Muguruza through to third straight quarter-final
Garbine Muguruza's love-affair with Paris has continued; the fourth seed swept aside former champion Svetlana Kuznetsova to advance to the last eight yet again at Roland-Garros.
The key to moving forward is forgetting the past. Or so says Garbine Muguruza.
The No.4 seed booked her place in the Roland-Garros quarter-final for the third year in succession, dispatching 2009 winner Svetlana Kuznetsova 6-3 6-4 in thoroughly convincing fashion. The ultra-aggressive performance was one of her best of the season and it appears a short-term memory is driving her success in Paris.
“Typically when I start a new tournament,” she explained, “I forget about everything I have done before or everything I have done the previous year. The beginning of the year was tough, starting from scratch after the crazy end of the previous season wasn't easy. When you start a new year, you have to start from scratch.”
Muguruza announced herself with a memorable run to the Wimbledon final last July before losing four of the next six matches she contested. This season, her results have been a mixed bag of expected wins and damaging defeats.
A ruthless Muguruza performance, therefore, had been a long time coming, but as she hit through Kuznetsova on Philippe-Chatrier Court it appeared worth the wait.
“I think that when your opponent plays at a top level, you have to be at the same level or better, and that's what I had in mind,” she said. “I knew she was a very strong opponent. I knew I would have to be resilient and play my top level, and this is what could make me win the match. And it was a great match.”
The duo had met once before today, with Kuznetsova emerging the victor in a tight three-set contest in Madrid last year. For the Russian, tipped by many to make a deep run here in Paris, the gameplan was simple: “I just want to go out there and play my game,” she explained before the match. The only problem being, Muguruza didn’t give her a chance to do so.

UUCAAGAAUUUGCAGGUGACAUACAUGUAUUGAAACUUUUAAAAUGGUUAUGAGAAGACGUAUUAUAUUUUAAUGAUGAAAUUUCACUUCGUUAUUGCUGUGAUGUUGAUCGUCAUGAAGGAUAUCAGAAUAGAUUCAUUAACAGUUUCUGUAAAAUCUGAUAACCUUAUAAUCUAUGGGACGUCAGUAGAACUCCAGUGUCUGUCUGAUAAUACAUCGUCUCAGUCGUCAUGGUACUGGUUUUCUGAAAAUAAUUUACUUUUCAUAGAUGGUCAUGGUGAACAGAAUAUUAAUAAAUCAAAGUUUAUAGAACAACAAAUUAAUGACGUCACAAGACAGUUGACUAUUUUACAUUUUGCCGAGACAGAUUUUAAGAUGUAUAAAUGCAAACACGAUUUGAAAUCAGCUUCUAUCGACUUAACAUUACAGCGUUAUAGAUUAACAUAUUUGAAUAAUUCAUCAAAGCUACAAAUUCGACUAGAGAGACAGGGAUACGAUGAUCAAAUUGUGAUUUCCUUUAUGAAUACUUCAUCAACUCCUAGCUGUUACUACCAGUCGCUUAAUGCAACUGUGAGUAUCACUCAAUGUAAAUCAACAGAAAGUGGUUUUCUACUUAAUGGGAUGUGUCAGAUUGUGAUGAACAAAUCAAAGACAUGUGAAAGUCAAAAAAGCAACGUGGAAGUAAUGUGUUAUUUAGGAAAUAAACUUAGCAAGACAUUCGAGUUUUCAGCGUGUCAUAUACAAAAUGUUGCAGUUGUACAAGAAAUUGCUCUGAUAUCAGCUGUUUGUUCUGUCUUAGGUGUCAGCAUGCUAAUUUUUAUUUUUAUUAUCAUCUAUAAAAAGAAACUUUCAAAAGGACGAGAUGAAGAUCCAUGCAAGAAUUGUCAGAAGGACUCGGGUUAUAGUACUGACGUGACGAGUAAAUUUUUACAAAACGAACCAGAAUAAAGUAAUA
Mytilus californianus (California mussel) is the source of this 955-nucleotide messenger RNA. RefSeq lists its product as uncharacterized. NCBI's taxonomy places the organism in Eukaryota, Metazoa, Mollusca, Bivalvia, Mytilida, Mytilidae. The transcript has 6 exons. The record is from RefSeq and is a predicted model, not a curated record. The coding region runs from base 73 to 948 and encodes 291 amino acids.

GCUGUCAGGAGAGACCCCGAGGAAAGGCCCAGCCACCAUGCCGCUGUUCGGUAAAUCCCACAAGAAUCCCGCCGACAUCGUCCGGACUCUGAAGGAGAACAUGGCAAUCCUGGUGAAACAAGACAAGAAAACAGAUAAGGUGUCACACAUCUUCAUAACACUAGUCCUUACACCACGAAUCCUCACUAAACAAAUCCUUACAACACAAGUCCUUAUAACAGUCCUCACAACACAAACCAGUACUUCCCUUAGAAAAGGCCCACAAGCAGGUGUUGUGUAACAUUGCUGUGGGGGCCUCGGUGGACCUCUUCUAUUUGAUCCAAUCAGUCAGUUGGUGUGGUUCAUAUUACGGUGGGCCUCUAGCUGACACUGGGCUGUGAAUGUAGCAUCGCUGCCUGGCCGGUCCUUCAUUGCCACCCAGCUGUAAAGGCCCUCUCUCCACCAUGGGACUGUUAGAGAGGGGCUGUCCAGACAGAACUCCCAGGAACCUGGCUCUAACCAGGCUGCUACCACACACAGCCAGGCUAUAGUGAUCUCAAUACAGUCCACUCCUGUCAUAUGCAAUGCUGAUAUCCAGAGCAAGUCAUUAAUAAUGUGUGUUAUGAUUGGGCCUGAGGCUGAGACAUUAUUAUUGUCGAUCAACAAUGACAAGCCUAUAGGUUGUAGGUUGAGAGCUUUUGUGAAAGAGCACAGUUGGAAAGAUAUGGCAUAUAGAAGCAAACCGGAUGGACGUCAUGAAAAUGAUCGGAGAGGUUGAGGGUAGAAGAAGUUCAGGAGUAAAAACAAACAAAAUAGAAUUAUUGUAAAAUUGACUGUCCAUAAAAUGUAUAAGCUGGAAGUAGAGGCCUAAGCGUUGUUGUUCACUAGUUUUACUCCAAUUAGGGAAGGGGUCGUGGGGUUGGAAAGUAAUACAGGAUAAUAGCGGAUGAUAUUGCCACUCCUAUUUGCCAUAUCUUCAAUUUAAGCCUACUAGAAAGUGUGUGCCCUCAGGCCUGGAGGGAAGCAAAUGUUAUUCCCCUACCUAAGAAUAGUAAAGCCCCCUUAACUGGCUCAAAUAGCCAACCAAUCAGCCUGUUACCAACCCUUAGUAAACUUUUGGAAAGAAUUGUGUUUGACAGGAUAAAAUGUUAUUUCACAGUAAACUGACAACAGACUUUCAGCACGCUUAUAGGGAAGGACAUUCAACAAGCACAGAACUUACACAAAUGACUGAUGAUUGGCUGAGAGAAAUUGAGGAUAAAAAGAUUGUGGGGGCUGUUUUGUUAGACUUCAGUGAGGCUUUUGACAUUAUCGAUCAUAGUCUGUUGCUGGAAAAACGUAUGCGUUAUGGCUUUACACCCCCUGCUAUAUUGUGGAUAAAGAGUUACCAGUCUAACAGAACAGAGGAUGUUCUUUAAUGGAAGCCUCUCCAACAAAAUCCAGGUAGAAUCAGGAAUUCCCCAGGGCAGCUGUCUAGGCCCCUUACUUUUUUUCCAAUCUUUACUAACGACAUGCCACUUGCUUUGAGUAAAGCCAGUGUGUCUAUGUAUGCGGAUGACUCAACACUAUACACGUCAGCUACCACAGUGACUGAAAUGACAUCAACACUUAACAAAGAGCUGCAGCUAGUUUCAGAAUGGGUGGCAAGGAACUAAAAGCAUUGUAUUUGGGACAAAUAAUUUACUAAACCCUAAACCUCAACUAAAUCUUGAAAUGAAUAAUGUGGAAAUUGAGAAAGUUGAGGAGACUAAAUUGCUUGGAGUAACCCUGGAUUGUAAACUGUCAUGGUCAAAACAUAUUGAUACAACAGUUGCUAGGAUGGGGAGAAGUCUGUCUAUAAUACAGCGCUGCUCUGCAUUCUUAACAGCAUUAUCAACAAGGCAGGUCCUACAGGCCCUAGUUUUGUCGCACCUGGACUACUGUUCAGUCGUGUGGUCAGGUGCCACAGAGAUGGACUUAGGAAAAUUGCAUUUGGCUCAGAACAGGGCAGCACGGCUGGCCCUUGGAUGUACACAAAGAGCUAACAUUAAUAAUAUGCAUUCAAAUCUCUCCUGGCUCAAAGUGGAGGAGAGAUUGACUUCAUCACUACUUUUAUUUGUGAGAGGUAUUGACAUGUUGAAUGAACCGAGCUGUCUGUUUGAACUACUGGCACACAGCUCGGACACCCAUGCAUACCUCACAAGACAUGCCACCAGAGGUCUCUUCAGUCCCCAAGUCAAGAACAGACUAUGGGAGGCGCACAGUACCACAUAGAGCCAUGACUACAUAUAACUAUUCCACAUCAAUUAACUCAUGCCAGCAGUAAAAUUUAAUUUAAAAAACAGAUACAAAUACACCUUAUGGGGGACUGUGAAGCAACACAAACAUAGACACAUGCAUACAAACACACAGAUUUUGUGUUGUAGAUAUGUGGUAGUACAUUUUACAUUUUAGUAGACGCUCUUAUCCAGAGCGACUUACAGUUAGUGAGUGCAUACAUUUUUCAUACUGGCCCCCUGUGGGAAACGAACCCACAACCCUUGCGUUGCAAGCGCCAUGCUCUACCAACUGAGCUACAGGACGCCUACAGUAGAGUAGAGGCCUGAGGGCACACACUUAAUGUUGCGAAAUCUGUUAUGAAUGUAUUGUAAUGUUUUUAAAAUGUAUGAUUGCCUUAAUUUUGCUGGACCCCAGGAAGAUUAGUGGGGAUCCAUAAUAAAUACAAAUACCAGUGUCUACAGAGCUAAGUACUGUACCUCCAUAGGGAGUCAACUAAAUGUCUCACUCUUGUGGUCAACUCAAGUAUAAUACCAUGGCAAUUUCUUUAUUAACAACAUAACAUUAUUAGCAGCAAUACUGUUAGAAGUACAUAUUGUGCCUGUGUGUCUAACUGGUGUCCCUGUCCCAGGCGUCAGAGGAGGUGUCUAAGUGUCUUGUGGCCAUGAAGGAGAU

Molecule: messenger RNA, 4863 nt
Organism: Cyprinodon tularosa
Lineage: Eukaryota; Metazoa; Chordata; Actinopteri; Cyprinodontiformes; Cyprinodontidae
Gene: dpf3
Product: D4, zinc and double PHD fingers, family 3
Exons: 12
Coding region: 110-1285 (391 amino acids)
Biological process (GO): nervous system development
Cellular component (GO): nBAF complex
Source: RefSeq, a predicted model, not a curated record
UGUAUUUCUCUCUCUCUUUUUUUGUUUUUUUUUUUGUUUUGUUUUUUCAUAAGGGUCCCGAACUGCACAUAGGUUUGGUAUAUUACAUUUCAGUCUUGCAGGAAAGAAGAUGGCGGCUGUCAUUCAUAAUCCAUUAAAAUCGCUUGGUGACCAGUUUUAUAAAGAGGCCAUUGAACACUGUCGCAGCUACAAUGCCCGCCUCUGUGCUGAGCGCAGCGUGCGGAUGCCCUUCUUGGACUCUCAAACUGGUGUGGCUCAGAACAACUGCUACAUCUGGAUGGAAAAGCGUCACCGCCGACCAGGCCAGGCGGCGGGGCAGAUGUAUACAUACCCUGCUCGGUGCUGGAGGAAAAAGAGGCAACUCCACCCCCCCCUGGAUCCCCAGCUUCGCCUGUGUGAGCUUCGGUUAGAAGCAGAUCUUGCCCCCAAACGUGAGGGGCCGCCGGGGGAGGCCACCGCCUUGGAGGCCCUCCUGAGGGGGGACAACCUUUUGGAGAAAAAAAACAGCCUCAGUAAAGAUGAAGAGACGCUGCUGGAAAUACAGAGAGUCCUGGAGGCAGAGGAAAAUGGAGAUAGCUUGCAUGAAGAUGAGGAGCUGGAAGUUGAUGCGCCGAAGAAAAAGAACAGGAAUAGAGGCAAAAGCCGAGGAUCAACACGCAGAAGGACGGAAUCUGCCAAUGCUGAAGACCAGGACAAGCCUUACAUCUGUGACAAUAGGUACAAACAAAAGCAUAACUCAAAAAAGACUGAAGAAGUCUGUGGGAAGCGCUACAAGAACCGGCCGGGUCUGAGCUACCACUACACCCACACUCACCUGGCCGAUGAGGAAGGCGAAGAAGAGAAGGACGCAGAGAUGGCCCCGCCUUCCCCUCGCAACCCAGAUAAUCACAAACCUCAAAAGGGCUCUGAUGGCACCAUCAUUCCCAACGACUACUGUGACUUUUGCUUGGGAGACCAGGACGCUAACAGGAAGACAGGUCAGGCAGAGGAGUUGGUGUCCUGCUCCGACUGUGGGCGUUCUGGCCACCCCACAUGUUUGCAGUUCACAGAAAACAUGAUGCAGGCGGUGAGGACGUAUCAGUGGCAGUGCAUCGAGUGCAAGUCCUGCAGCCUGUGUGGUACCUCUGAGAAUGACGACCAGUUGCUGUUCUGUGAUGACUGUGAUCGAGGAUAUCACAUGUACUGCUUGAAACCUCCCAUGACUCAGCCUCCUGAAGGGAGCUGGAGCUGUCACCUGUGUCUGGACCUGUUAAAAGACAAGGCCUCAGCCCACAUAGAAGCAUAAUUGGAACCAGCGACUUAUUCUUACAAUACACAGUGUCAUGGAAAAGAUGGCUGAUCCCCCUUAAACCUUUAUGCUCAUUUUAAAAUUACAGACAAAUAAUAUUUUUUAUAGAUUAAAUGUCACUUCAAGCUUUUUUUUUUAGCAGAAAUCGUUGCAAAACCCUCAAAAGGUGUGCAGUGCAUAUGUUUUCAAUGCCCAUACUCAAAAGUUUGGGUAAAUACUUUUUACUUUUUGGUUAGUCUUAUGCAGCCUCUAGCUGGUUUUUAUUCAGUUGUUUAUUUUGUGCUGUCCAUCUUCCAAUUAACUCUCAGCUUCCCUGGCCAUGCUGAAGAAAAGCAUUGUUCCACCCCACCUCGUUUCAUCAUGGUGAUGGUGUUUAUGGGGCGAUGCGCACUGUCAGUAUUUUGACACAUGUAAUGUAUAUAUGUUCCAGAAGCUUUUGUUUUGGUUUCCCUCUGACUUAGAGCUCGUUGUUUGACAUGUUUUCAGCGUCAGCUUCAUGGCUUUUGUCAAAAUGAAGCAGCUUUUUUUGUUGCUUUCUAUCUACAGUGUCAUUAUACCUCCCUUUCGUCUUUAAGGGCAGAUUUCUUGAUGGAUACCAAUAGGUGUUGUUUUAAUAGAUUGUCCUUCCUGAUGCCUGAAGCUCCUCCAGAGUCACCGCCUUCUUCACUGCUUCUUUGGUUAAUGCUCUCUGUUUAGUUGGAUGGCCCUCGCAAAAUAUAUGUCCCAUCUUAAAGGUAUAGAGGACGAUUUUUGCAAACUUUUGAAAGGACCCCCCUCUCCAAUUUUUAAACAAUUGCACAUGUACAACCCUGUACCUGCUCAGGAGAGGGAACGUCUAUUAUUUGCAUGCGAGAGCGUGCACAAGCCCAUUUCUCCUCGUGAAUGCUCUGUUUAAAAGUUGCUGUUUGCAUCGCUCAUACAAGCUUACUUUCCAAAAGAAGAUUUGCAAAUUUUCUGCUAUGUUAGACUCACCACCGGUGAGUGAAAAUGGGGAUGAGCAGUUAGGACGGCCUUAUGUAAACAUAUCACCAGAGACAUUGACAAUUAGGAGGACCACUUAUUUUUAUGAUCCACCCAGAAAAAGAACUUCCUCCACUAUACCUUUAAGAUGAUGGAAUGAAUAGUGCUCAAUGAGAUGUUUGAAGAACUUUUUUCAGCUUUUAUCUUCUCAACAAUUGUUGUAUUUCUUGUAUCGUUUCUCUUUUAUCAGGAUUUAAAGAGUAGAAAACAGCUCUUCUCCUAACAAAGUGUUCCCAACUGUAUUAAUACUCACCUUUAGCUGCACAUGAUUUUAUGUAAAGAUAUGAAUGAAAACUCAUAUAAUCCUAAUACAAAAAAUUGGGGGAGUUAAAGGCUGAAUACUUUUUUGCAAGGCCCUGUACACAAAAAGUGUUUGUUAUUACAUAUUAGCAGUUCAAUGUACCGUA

"It's me – it’s the way I prepare matches. When I win I analyse why. When I lose I analyse why. And therefore, I have become a better player, generally speaking."
The contrasting styles made for an absorbing encounter. It was heavyweight boxer versus street fighter - Muguruza throwing the big punches and Kuznetsova, with an array of shots at her disposal, happy to brawl.
The opening seven games went on serve and then Muguruza made her move, crawling all over a Kuznetsova second serve, walloping a backhand winner crosscourt and scoring the crucial break for a 5-3 lead. She followed with a hold, slamming down another winner - one of 37 she hit in the match - to close out the opening set.
For Muguruza, the devil is in the detail. “I think the one thing that I have really improved is not just one type of shot,” she said. “It's me, generally speaking. It's me – it’s the way I prepare matches. When I win I analyse why. When I lose I analyse why. And therefore, I have become a better player, generally speaking.”
Well, she had clearly done her homework on Kuznetsova, who looked vulnerable behind her second serve throughout the match. Muguruza repeatedly stepped in when the Russian missed her first serve, and a crushed forehand return down-the-line gave her a break for a 3-1 lead in the second set.
Muguruza then stumbled slightly, missing the chance to go a double break up after fluffing an overhead into the net when it seemed harder to miss; Kuznetsova came storming back to level the set at 4-4.
But the day belonged to Muguruza; she regained her composure to reel off the last two games before finally converting on her fifth match point.
A cheer reverberated around the historic stadium as a smiling Muguruza raised her arms to the sky. If the No.4 seed continues like this, it may not be the last celebration we see from her in Paris.